—Brian Sandoval, Governor of Nevada

Drone Incursions on the Rise in Nevada

Over the last decade, UAS, more commonly referred to as drones, have experienced an unprecedented boom within aviation. Coinciding with the increase in popularity, incidents involving drones in tourist areas, as well as risks to larger manned aircraft are on the rise and present high-liability risks to property owners.

In February 2018, a YouTube video went viral showing a drone illegally flying above a landing passenger jet at McCarran International Airport in Las Vegas, Nevada. The FAA stated that they were aware of the incident and investigating.

Data from the FAA also raises concern about drones in unauthorized airspace. From January to June 2018, there were 31 reports of unauthorized UAS sightings from pilots, citizens, and law enforcement in Nevada alone. Operating drones around airplanes, helicopters, and airports is dangerous and illegal.

The University of Nevada, Las Vegas (UNLV) and NIAS conducted a statewide survey, in which almost 80% of respondents were concerned about a recreational drone hitting an airline and causing an airline disaster and almost 90% were concerned about aerial drones illegally penetrating FAA airspace without authorization at outdoor events such as sport stadiums, concerts, or at large public gathering events. The results of this survey and the increase in unauthorized drone sightings solidified the public’s support for NIAS to launch the NDCOE, the first center of its kind in the U.S. The NDCOE hopes to educate the public on responsible drone use.

NDCOE Aims to Decrease Drone Incursions with Public Education

The NDCOE’s mission is to save lives and reduce air hazards from drone incursions by empowering a shared safety vision. They’ve partnered with federal agencies like the FAA and private-sector businesses like Switch to accomplish this mission, but most importantly they are involving the public as well.

NDCOE will provide safety incursion research data, drone technology best practices, and educational materials to promote and protect the public’s safety and privacy. This information sharing and education will occur primarily through public workshops. NDCOE hopes to conduct these workshops in an open and ethical manner that will inspire the public to join the NIAS public safety movement.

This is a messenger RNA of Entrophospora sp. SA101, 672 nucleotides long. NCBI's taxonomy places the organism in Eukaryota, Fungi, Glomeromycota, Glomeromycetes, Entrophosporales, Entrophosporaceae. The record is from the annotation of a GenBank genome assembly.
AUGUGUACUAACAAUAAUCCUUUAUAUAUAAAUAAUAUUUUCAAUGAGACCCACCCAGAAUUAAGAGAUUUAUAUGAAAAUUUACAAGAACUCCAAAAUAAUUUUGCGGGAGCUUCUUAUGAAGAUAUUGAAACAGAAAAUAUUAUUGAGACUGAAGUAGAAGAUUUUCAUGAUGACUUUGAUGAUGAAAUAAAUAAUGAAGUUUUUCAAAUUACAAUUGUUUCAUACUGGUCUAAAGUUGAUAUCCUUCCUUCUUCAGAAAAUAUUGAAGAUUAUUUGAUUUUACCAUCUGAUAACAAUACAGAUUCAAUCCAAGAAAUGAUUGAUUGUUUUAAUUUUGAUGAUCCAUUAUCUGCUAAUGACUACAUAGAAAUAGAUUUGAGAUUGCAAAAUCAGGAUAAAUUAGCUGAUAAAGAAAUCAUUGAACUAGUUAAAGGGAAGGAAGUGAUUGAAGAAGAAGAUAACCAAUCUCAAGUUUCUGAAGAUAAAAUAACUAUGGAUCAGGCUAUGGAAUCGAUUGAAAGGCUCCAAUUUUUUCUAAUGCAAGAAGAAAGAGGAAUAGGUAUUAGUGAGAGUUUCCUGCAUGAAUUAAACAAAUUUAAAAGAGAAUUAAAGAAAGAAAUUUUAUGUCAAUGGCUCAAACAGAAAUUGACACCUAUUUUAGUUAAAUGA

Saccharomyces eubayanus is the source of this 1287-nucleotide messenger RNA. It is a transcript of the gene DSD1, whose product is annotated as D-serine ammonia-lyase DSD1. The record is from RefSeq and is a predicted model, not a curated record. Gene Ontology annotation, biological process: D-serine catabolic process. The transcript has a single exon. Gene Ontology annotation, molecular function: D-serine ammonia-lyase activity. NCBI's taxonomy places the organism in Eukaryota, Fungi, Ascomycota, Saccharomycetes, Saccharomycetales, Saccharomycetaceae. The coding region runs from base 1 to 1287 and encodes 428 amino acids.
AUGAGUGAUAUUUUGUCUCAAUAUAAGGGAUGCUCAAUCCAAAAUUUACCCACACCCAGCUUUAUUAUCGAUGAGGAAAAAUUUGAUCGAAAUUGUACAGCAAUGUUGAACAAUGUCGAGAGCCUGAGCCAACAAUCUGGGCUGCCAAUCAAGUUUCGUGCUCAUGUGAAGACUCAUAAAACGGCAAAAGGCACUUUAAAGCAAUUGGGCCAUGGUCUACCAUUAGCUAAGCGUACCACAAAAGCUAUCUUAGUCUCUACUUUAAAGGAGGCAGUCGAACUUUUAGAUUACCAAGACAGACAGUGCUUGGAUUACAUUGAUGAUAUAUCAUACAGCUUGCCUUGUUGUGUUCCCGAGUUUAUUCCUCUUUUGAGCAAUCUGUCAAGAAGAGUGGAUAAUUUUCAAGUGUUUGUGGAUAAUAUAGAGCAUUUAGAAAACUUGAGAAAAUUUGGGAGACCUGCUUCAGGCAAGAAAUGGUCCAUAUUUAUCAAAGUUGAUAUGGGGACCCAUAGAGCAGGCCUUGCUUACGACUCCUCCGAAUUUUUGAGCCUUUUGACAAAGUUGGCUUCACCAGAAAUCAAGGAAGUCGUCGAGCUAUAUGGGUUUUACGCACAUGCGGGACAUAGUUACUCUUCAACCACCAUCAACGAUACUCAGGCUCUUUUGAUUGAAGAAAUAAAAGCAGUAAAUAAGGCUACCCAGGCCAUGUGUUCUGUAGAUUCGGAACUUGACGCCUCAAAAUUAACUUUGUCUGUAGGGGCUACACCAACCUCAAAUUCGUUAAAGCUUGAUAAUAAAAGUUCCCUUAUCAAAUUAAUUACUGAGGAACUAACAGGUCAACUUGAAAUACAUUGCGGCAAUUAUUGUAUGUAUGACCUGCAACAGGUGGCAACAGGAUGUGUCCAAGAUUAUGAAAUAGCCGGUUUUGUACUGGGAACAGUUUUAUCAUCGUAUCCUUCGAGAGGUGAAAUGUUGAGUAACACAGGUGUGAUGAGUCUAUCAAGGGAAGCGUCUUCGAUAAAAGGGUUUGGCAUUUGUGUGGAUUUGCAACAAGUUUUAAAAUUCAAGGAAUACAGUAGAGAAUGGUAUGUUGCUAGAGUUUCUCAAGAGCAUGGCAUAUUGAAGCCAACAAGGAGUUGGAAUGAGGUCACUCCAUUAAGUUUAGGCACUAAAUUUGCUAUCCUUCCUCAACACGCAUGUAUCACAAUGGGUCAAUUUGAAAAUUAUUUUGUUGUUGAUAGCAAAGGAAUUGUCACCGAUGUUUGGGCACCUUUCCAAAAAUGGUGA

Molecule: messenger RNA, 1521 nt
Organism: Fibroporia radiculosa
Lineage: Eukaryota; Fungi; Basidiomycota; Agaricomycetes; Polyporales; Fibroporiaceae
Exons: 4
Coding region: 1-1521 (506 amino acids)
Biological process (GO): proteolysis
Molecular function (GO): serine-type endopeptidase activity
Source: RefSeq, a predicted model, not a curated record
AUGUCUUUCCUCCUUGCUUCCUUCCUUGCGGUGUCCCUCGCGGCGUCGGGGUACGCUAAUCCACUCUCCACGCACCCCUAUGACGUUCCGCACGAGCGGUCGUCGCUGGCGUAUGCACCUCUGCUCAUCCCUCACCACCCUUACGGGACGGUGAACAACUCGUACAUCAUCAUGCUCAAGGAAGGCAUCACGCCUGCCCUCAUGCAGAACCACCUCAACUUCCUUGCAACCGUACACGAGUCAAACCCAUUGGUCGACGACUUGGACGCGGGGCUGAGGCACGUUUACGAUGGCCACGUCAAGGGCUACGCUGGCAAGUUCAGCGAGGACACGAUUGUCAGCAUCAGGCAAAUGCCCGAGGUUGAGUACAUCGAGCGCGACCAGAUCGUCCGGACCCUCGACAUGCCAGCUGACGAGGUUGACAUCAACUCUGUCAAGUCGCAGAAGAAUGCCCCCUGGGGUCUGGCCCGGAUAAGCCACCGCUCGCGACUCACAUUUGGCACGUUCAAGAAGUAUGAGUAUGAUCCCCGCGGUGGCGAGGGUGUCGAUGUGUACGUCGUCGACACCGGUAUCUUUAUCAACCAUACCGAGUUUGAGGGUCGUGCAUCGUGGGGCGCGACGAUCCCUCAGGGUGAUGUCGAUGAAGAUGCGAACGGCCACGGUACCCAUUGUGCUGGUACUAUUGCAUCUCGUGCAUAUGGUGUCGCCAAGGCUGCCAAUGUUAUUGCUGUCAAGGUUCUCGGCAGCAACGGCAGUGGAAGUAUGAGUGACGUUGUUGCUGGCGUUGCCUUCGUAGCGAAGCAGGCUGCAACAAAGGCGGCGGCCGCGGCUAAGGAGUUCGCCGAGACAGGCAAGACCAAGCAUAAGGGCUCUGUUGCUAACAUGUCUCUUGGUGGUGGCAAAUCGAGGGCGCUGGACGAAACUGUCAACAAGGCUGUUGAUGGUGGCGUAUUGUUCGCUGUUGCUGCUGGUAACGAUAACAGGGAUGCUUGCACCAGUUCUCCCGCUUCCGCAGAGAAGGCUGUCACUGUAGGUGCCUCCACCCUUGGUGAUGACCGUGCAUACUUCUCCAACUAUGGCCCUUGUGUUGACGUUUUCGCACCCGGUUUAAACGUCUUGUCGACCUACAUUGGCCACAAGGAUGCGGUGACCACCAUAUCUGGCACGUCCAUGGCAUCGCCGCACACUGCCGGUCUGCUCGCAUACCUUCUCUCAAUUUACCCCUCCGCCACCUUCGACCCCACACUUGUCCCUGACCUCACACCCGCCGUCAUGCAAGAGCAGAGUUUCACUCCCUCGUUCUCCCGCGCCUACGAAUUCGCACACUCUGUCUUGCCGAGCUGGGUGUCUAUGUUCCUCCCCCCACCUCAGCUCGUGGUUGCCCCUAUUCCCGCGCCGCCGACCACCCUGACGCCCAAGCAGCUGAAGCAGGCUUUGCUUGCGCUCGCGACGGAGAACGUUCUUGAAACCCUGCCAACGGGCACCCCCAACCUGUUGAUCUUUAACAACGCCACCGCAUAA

We are taking an aggressive approach toward solving the complex UAS Industry challenge of mitigating drone incursions into the National Airspace System (NAS)—one of the toughest FAA challenges today. What we are doing in Nevada will be of immense value to the DOT, FAA, DHS, DOJ, commercial airlines, visitor venues, and the UAS Industry.

—Dr. Chris Walach, Senior Director, NIAS and the FAA-designated Nevada UAS Test Site

Safe and successful UAS operations rely on quality training, end user education, and maximizing public safety processes. To protect and educate residents and visitors, this center seeks to protect against drone users who pose a public safety hazard due to inexperience and/or malicious drone operations—for example, drones hitting people or that have the potential to cause an airline disaster, and who violate your safety and/or privacy. The NDCOE also strives to inform the public of Nevada drone laws near high traffic public places, at airports, near military bases, and critical infrastructure.

In this video Dr. Chris Walach, Senior Director, NIAS discusses the purpose and goals of NDCOE.

NDCOE will also advance Drone Surveillance, Detect, and Avoid (remote sensing), wildland firefighting, gas-leak detection, and time-sensitive medical delivery technologies for life-saving medical equipment and organs. To learn more about the NDCOE, visit the NIAS website. You can also join our community discussion about the center on our forum for drone pilots.